Has summer delivered this year? Usually it does, but unfortunately we can’t always take advantage of everything it has to offer. In my case, a bunch of yellow hospital appointment letters are vying with cheerful sunflowers in the vase this year.
Aside from the unusual fatigue for the time of year, my biggest concern at the end of June this year was: would our flights to France be canceled again? Would the sun even shine in Donegal? Would Nadal make it to the Wimbledon final? How Long Would My Basil Plant Last This Summer? (My record keeps it alive until Halloween.) What should I wear to my son’s graduation in August? Will I look like Hillary Clinton in this mint green velvet suit?
The sensual promise of summer is all the more important the older we get: its temporary allure offers us a brief, glorious bounce from ball to racquet before slipping away into something more comfortable, cozy and comforting. A smack of illicit, dangerous heat before the temperature drops and the leaves fall, if we’re lucky.
Hope comes easier when the days are longer, warmer, and filled with a heady mix of memories and memories
For many of us, the love of the silly season began in childhood: summer semester all-rounders, a salthill swim followed by salt and vinegar chips or a 99. The soundtrack back then was that of Dean Martin volars or Harry Belafontes Jamaica farewell and Gilbert O’Sullivans Clearuntil it was Tina Turner What does love have to do with it?Cyndi Laupers Again and againBob Marley’s No Woman Do not Cry and, brave teenager you’ve become, the Toasted Heretic version of Galway Bay.
Car picnics in Coole Park, Carraroe, Burren and the Cliffs of Moher thronged with the excitement and innocence of the pre-Celtic Tigers Galway Races, the Galway International Arts Festival and the steady stream of summer visitors from Dublin, London, American and even European suburbs. The Soda Stream stayed on the counter next to the sandwich maker. There was even a pirate radio station running from the garage for at least two of those teenage summers.
Most Irish summer gardens back then, including ours, boasted at least rhubarb, gooseberries, salad greens, courgettes galore and swingball. One hot summer, the third Labrador pup my older brother left on the kitchen table, unlike its forerunners, was given a name (Goldie) and a free pass to dig up the spring onions, chew the tennis ball, and the fat orange bats and whatnot a duchess in the front seat of the station wagon.
Summer swimming and car rides just got better, as anyone who has a dog will never stop telling you. Somehow, over the years, all of those summers come together, pulling you back and pushing you forward in the most life-affirming way.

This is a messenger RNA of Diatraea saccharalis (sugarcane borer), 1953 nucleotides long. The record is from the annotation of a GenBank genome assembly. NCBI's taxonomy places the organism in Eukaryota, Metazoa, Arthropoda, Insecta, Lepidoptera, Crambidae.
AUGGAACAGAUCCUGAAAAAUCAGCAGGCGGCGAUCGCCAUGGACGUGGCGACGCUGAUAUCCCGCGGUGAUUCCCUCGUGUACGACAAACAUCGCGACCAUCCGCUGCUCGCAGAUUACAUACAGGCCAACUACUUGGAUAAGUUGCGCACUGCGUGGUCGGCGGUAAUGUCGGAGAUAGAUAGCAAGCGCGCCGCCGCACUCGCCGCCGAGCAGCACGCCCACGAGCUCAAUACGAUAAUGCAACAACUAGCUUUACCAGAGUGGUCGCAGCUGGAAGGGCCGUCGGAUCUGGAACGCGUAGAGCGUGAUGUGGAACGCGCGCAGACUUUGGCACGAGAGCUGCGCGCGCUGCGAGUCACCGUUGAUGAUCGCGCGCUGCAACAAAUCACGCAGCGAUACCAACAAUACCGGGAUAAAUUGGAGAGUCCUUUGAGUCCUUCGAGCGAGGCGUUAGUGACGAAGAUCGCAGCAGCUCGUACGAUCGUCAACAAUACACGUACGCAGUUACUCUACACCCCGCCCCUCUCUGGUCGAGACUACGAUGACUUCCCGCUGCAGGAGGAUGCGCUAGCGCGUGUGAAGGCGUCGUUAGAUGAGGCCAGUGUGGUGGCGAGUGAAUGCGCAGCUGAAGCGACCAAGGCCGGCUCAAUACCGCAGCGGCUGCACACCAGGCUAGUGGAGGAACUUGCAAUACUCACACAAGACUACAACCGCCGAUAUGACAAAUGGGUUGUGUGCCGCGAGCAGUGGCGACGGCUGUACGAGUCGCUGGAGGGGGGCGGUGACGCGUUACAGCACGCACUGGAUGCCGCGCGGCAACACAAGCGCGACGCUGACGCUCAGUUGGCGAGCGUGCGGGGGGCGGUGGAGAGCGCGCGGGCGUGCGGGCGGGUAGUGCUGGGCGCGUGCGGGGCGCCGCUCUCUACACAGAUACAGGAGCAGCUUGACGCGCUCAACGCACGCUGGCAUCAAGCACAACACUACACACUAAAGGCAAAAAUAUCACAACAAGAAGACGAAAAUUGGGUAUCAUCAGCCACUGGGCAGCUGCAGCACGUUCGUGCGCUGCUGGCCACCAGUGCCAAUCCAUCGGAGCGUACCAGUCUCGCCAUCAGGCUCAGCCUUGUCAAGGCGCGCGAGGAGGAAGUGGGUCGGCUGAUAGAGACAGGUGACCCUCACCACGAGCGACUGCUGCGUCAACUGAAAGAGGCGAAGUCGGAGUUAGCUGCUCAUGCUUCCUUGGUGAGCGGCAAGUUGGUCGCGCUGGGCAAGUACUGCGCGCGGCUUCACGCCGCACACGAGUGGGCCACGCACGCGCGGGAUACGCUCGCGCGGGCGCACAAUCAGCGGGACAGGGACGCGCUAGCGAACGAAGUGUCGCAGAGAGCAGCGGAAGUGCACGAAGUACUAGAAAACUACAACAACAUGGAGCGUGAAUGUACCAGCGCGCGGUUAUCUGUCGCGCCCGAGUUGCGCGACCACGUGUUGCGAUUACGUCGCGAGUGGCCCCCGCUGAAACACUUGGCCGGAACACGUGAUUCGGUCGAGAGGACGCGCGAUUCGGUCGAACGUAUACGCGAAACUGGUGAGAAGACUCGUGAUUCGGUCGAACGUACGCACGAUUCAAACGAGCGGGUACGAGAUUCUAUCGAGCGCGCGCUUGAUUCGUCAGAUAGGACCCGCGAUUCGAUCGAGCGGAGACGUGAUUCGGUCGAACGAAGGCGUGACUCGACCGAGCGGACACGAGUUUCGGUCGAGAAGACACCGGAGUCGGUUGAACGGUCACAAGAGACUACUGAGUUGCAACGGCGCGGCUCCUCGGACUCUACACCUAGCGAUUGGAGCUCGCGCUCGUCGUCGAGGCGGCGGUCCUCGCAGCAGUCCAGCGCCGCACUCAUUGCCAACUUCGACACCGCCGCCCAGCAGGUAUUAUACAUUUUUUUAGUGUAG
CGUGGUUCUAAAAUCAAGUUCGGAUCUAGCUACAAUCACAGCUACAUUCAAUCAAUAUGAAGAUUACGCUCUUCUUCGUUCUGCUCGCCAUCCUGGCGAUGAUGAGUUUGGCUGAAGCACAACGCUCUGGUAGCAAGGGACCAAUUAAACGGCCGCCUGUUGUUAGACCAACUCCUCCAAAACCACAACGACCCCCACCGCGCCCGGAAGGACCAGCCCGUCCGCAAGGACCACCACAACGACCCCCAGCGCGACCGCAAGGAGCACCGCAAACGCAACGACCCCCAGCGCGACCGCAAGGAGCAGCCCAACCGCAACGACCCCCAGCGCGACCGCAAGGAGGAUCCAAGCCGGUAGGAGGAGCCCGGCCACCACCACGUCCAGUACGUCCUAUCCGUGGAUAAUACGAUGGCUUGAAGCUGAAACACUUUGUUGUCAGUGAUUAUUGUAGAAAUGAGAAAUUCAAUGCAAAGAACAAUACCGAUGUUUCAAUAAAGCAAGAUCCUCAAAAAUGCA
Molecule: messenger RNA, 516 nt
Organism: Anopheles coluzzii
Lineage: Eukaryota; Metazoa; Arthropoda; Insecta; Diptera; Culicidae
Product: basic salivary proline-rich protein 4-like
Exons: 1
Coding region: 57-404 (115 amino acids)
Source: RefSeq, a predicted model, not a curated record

Whether you’re off the grid, off the island, or on the island, at work, resting, or playing, you’re probably enjoying the bittersweet place that is mid-August. A lot of summer loving and living done, a little bit more to do.
island of love is a gracious blur, the Dublin Horse Show is about to start, there’s the prospect of Eton Mess at your non-centenarian uncle’s garden party, you might even use your stepkids’ well-intentioned/ironic paddle boarding voucher, declutter the attic , print, cut out 20+ years of photos and archive them in albums, write that household detective story, buy that electric toothbrush (why don’t you have one yet?), make a paella that people want to eat, shave your legs with your glasses on, so do it do it right, brush that old clump of dog hair, cancel that expired life insurance policy, take care of something else Better call Saulcall the gas company to see if the new monthly debit amount is a typo.
Summer and life are simple, give or take what Caitlin Moran calls a woman’s never-ending to-do list, and what one friend calls the rite of passage (pun intended) of female 50-something health scares. It seems that some of the staples and joys of summer are being missed out on by those of us reluctantly working our way through this slew of yellow dates this year.
As my brother’s friend Jock used to say, “All you can do is all you can do, and sure, that’s all you can do!”
So the priorities now are: order instead of baking summer birthday cakes, stagger to M&S and get what every Irish woman of a certain year needs on holiday or in the hospital: a new nightgown and a multipack of cotton knickers.
Sometimes just knowing that Sharon Shannon is playing down the street and that you would be there if you could.
https://www.independent.ie/opinion/comment/why-the-summers-of-our-yesteryear-will-always-outshine-these-sultry-scorching-days-41910132.html Why the summers of our past will always outshine those muggy, scorching days